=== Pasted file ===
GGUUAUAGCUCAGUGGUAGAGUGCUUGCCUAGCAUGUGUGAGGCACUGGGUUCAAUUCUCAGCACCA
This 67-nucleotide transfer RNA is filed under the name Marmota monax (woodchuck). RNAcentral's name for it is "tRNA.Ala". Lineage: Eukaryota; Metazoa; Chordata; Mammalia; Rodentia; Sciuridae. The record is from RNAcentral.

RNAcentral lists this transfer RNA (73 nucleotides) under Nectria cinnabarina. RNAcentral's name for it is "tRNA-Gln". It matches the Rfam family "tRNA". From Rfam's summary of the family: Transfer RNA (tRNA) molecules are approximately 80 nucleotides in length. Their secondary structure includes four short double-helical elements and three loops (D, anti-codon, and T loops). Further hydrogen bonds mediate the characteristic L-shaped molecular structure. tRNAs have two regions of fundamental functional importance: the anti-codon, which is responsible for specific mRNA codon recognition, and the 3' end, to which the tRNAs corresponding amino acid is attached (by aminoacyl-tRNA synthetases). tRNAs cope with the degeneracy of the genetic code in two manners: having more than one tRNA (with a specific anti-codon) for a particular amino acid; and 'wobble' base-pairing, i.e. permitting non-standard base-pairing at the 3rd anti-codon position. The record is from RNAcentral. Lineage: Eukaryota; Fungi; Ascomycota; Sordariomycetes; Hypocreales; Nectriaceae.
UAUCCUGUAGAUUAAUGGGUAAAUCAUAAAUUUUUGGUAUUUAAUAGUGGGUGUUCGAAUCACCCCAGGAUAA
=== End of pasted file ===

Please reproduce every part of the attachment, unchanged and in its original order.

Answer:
GGUUAUAGCUCAGUGGUAGAGUGCUUGCCUAGCAUGUGUGAGGCACUGGGUUCAAUUCUCAGCACCA
This 67-nucleotide transfer RNA is filed under the name Marmota monax (woodchuck). RNAcentral's name for it is "tRNA.Ala". Lineage: Eukaryota; Metazoa; Chordata; Mammalia; Rodentia; Sciuridae. The record is from RNAcentral.

RNAcentral lists this transfer RNA (73 nucleotides) under Nectria cinnabarina. RNAcentral's name for it is "tRNA-Gln". It matches the Rfam family "tRNA". From Rfam's summary of the family: Transfer RNA (tRNA) molecules are approximately 80 nucleotides in length. Their secondary structure includes four short double-helical elements and three loops (D, anti-codon, and T loops). Further hydrogen bonds mediate the characteristic L-shaped molecular structure. tRNAs have two regions of fundamental functional importance: the anti-codon, which is responsible for specific mRNA codon recognition, and the 3' end, to which the tRNAs corresponding amino acid is attached (by aminoacyl-tRNA synthetases). tRNAs cope with the degeneracy of the genetic code in two manners: having more than one tRNA (with a specific anti-codon) for a particular amino acid; and 'wobble' base-pairing, i.e. permitting non-standard base-pairing at the 3rd anti-codon position. The record is from RNAcentral. Lineage: Eukaryota; Fungi; Ascomycota; Sordariomycetes; Hypocreales; Nectriaceae.
UAUCCUGUAGAUUAAUGGGUAAAUCAUAAAUUUUUGGUAUUUAAUAGUGGGUGUUCGAAUCACCCCAGGAUAA